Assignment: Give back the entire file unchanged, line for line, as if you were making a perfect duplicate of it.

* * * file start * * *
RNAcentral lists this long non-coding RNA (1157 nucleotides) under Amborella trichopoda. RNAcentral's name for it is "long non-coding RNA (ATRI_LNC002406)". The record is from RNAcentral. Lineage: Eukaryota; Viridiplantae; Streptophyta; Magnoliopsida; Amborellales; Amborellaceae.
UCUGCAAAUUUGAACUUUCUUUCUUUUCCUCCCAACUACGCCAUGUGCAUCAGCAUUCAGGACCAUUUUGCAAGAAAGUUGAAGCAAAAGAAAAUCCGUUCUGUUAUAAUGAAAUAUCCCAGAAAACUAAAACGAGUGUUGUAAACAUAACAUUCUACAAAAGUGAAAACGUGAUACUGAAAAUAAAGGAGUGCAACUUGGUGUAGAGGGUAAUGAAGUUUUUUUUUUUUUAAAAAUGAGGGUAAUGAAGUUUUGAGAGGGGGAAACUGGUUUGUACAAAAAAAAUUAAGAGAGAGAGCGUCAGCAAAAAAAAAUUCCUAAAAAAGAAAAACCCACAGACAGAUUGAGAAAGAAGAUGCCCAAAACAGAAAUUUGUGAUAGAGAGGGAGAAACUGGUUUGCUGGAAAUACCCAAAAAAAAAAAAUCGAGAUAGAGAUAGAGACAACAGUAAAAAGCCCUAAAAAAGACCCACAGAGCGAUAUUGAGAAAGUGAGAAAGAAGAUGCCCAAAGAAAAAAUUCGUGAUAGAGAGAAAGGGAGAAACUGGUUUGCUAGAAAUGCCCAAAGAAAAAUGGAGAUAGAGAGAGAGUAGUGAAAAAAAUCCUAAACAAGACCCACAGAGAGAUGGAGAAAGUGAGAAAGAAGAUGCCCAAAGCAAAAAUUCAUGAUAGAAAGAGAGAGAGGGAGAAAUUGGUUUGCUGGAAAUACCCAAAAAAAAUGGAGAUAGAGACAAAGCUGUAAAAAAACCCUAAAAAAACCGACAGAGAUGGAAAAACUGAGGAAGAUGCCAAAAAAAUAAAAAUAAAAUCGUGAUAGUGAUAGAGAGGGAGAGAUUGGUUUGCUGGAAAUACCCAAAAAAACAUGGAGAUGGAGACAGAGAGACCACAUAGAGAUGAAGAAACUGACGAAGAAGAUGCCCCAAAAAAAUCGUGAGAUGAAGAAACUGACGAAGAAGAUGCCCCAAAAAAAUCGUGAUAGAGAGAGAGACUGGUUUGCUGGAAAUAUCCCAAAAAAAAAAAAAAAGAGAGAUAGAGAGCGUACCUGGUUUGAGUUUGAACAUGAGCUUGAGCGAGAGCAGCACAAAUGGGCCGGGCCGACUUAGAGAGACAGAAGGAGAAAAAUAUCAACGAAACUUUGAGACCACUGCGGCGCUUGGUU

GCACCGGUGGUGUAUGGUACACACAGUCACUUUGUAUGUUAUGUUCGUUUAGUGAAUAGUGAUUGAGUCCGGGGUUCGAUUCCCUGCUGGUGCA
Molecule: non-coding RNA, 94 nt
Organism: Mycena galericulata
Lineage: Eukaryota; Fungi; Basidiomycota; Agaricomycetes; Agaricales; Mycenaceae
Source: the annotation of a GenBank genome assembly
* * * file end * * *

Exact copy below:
RNAcentral lists this long non-coding RNA (1157 nucleotides) under Amborella trichopoda. RNAcentral's name for it is "long non-coding RNA (ATRI_LNC002406)". The record is from RNAcentral. Lineage: Eukaryota; Viridiplantae; Streptophyta; Magnoliopsida; Amborellales; Amborellaceae.
UCUGCAAAUUUGAACUUUCUUUCUUUUCCUCCCAACUACGCCAUGUGCAUCAGCAUUCAGGACCAUUUUGCAAGAAAGUUGAAGCAAAAGAAAAUCCGUUCUGUUAUAAUGAAAUAUCCCAGAAAACUAAAACGAGUGUUGUAAACAUAACAUUCUACAAAAGUGAAAACGUGAUACUGAAAAUAAAGGAGUGCAACUUGGUGUAGAGGGUAAUGAAGUUUUUUUUUUUUUAAAAAUGAGGGUAAUGAAGUUUUGAGAGGGGGAAACUGGUUUGUACAAAAAAAAUUAAGAGAGAGAGCGUCAGCAAAAAAAAAUUCCUAAAAAAGAAAAACCCACAGACAGAUUGAGAAAGAAGAUGCCCAAAACAGAAAUUUGUGAUAGAGAGGGAGAAACUGGUUUGCUGGAAAUACCCAAAAAAAAAAAAUCGAGAUAGAGAUAGAGACAACAGUAAAAAGCCCUAAAAAAGACCCACAGAGCGAUAUUGAGAAAGUGAGAAAGAAGAUGCCCAAAGAAAAAAUUCGUGAUAGAGAGAAAGGGAGAAACUGGUUUGCUAGAAAUGCCCAAAGAAAAAUGGAGAUAGAGAGAGAGUAGUGAAAAAAAUCCUAAACAAGACCCACAGAGAGAUGGAGAAAGUGAGAAAGAAGAUGCCCAAAGCAAAAAUUCAUGAUAGAAAGAGAGAGAGGGAGAAAUUGGUUUGCUGGAAAUACCCAAAAAAAAUGGAGAUAGAGACAAAGCUGUAAAAAAACCCUAAAAAAACCGACAGAGAUGGAAAAACUGAGGAAGAUGCCAAAAAAAUAAAAAUAAAAUCGUGAUAGUGAUAGAGAGGGAGAGAUUGGUUUGCUGGAAAUACCCAAAAAAACAUGGAGAUGGAGACAGAGAGACCACAUAGAGAUGAAGAAACUGACGAAGAAGAUGCCCCAAAAAAAUCGUGAGAUGAAGAAACUGACGAAGAAGAUGCCCCAAAAAAAUCGUGAUAGAGAGAGAGACUGGUUUGCUGGAAAUAUCCCAAAAAAAAAAAAAAAGAGAGAUAGAGAGCGUACCUGGUUUGAGUUUGAACAUGAGCUUGAGCGAGAGCAGCACAAAUGGGCCGGGCCGACUUAGAGAGACAGAAGGAGAAAAAUAUCAACGAAACUUUGAGACCACUGCGGCGCUUGGUU

GCACCGGUGGUGUAUGGUACACACAGUCACUUUGUAUGUUAUGUUCGUUUAGUGAAUAGUGAUUGAGUCCGGGGUUCGAUUCCCUGCUGGUGCA
Molecule: non-coding RNA, 94 nt
Organism: Mycena galericulata
Lineage: Eukaryota; Fungi; Basidiomycota; Agaricomycetes; Agaricales; Mycenaceae
Source: the annotation of a GenBank genome assembly